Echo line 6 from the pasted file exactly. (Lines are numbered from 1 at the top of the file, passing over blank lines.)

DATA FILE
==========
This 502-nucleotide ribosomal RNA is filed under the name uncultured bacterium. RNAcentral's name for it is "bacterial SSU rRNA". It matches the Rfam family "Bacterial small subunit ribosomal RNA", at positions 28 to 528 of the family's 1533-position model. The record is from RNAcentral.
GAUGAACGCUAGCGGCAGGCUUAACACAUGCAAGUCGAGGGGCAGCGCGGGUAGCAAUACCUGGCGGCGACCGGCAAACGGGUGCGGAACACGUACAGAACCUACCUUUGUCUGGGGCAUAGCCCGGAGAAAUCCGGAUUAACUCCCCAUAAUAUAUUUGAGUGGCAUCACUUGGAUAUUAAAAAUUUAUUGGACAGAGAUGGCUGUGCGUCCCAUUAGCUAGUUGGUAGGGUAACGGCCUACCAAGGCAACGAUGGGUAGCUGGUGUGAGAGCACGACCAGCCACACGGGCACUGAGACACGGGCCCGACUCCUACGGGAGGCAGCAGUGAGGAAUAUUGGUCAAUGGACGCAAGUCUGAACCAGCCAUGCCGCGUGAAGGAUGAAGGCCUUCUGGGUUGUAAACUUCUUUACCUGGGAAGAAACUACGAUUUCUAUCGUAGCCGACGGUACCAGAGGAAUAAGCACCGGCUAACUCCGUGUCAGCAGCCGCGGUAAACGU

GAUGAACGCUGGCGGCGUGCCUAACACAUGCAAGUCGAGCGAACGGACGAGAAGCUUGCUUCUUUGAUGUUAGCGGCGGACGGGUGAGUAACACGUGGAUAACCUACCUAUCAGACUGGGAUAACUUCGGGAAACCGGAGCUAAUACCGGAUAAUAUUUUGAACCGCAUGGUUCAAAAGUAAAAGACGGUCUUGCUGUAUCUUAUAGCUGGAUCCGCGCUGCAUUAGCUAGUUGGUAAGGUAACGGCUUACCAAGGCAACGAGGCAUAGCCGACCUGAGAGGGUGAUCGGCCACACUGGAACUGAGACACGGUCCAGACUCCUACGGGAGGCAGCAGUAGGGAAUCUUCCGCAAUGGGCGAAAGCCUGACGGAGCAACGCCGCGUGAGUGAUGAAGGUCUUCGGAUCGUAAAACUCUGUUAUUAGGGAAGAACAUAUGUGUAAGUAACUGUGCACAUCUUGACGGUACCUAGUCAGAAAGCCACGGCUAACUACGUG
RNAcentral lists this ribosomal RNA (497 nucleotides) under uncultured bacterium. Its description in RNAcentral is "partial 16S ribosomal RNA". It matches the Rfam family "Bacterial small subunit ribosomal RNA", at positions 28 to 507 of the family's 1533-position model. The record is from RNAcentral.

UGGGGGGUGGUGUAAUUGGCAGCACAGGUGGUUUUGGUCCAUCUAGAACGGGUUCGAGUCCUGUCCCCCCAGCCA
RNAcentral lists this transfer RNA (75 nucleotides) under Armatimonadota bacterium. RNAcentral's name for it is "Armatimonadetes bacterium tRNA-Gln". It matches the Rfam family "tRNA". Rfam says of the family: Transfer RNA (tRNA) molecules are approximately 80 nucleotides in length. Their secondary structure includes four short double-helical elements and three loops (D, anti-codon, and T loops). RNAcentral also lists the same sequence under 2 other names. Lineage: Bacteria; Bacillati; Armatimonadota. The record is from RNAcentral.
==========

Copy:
RNAcentral lists this transfer RNA (75 nucleotides) under Armatimonadota bacterium. RNAcentral's name for it is "Armatimonadetes bacterium tRNA-Gln". It matches the Rfam family "tRNA". Rfam says of the family: Transfer RNA (tRNA) molecules are approximately 80 nucleotides in length. Their secondary structure includes four short double-helical elements and three loops (D, anti-codon, and T loops). RNAcentral also lists the same sequence under 2 other names. Lineage: Bacteria; Bacillati; Armatimonadota. The record is from RNAcentral.